An open letter to Mayor Greg Nickels, the Seattle City Council, King County, and the delegation in Olympia:
Ask Washington for Your Own Tax Kickbacks
Says blogger Jeff Reifman: "Don't get left out. You're a taxpayer. You work. Why should Paul Allen and Howard Schulz get all of our money? How much do you want? What would you spend it on? I've set up a petition for folks that automatically e-mails your wish for taxpayer subsidies to your state representatives and the mayor's deputy Tim Ceis."
This year, Seattle Weekly celebrates its 30th anniversary. Founded in 1976, we have demonstrated staying power as an important civic amenity. This year, we also joined the "big leagues" by becoming part of an even larger national newspaper chain, a major local franchise, if you will.
Over the years, we have followed with interest as the government has showered other major-league franchise owners with largesse. Billionaire Paul Allen and the Seattle Mariners' Nintendo-backed ownership group have received hundreds of millions of dollars in public subsidies for new facilities. They have their own dedicated-tax-revenue streams. Even salmon don't have that.
As I write this, Starbucks Chairman Howard Schultz is asking the taxpayers to build a new sports arena at Seattle Center to house the SuperSonics basketball team owned by him and 57 others. He wants the people to pick up the eventual $400 million tab (counting interest). Schultz says he is only asking for the same perks the public has already given the Seahawks and Mariners.
Schultz is no stranger to public perks—why, he once built his private driveway on city park property. He was surprised that people made such a stink about it.
A sorehead would have moved to Bellevue. Fortunately, he didn't, because if he had, we might have missed the opportunity to pay him hundreds of millions of our money to stay right where he is.
Schultz says the issue really is fairness.
We couldn't agree more.
Given that this is a major anniversary year, and given that Seattle Weekly is operating in an increasingly competitive climate, we think it's time to level the playing field when it comes to public pork.
All we want is what the city's other franchises are getting.
Our offices here on Western Avenue are barely adequate. We aren't major South Lake Union property holders like The Seattle Times. We don't have a cool spinning globe over our heads like the Seattle Post-Intelligencer. We're not part of a government-sanctioned media monopoly like the two daily papers.
What have we got? We lease space in a brick warehouse close to the death-trap Alaskan Way Viaduct. You used to be able to rent a loft for what monthly parking costs in this neighborhood. The heating and air conditioning work in the wrong seasons, and the elevators frequently take riders to mystery destinations. And have you tried our "coffee"?
A rip in the carpet in my office was recently repaired with blue duct tape. Do you think Howard Schultz has ever used duct tape in his luxury suite?
We think a new arena for Seattle Weekly employees and fans is just the ticket. It would add to the economic vitality of this booming part of downtown—the snappily named West Edge—strategically located between the waterfront and First Avenue, and between Pike Place Market and Pioneer Square. This place is vibrant, historic, and, when our next lease comes due, it'll likely be unaffordable.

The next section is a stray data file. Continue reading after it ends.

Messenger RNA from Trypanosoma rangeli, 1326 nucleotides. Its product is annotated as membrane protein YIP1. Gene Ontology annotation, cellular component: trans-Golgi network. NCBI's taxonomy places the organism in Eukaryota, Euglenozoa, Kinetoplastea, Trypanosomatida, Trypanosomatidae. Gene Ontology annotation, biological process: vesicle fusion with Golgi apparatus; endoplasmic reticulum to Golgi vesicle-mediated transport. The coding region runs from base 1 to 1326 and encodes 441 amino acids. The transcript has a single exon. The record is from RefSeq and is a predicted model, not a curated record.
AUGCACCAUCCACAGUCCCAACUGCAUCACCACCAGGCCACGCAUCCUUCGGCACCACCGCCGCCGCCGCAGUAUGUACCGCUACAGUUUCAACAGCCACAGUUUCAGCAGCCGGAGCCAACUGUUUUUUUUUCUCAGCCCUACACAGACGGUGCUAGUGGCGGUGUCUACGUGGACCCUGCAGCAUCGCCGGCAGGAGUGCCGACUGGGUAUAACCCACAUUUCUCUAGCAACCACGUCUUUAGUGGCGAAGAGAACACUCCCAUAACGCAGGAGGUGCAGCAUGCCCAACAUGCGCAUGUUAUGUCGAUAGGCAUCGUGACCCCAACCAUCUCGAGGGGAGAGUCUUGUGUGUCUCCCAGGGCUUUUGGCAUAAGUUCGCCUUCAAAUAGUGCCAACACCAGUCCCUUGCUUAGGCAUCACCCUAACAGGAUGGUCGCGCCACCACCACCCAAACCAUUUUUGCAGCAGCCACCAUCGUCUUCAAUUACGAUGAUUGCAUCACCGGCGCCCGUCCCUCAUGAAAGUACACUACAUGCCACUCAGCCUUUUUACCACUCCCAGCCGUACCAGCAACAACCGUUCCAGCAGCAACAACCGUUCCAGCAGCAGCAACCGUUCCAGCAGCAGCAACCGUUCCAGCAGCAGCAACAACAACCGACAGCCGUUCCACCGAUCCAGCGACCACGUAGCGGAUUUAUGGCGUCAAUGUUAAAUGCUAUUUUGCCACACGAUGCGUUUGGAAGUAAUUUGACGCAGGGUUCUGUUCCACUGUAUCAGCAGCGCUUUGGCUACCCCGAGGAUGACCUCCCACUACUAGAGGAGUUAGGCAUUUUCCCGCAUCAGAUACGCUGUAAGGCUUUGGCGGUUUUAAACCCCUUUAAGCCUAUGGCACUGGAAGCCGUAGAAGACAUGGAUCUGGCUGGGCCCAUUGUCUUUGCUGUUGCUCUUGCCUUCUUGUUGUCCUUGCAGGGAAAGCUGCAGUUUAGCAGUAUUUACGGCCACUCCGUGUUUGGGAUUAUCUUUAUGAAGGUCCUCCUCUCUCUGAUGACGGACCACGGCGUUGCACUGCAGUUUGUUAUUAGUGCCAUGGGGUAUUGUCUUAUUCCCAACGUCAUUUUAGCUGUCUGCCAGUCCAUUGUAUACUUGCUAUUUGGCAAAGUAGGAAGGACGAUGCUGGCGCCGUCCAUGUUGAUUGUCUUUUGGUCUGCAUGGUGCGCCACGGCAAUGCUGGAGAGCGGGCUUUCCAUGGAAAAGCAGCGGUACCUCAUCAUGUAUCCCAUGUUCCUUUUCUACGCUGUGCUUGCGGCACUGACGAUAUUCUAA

We don't relish making threats, but if we don't find a permanent solution, we might have to leave Seattle. Do you really want more than 100,000 copies of Tukwila Weekly circulating downtown? I didn't think so.
And consider the other significant benefits to keeping Seattle Weekly in Seattle.
Unlike the Mariners, Seahawks, and Sonics, our product is free—and our salary structure is way cheaper. Our entire editorial department budget is less than a quarter of Raul Ibanez's annual salary. Raul Ibanez!
In building a new arena for Seattle Weekly, taxpayers will be getting value instead of subsidizing rich kids with Nike contracts.
And think of the economic impact of Seattle Weekly's readers. We circulate about 100,000 copies per week and have more than 2.5 readers per copy. That means at least 250,000 people a week read the Weekly (not counting the Web). That's five consecutive Safeco Field sellouts. That's a whole lot of 12th Men. That's more than 15 weeks of Sonics attendance!
Our readers spend big bucks on food, movies, and clubs. We generate millions of dollars in retail activity and jobs, and I'm not just talking about the sex ads.
And consider the benefits of Seattle Weekly spin-offs. The Best Places book series, for example. Or how Seattle Weekly founder David Brewster went on to start Town Hall. And did I mention the former Seattle Weekly staffer who married Conan O'Brien? Conan O'Brien!
City Council President Nick Licata says the cultural impact of the Sonics is "close to zero," but he can't say that about us. We reviewed that children's book he wrote. You're welcome, Nick.
As we enter our 31st year, it's time to step up and ensure another three decades of civic benefits by granting Seattle Weekly a multimillion-dollar public subsidy.
We'd be happy with half of what Schultz is demanding. OK, a third. A tenth? Look, we'll even kick in some of our own money—unlike Schultz. How much is a pallet of duct tape at Costco?
And we promise not to demand more public "investment" every 10 years like the Sonics. We can wait another 30.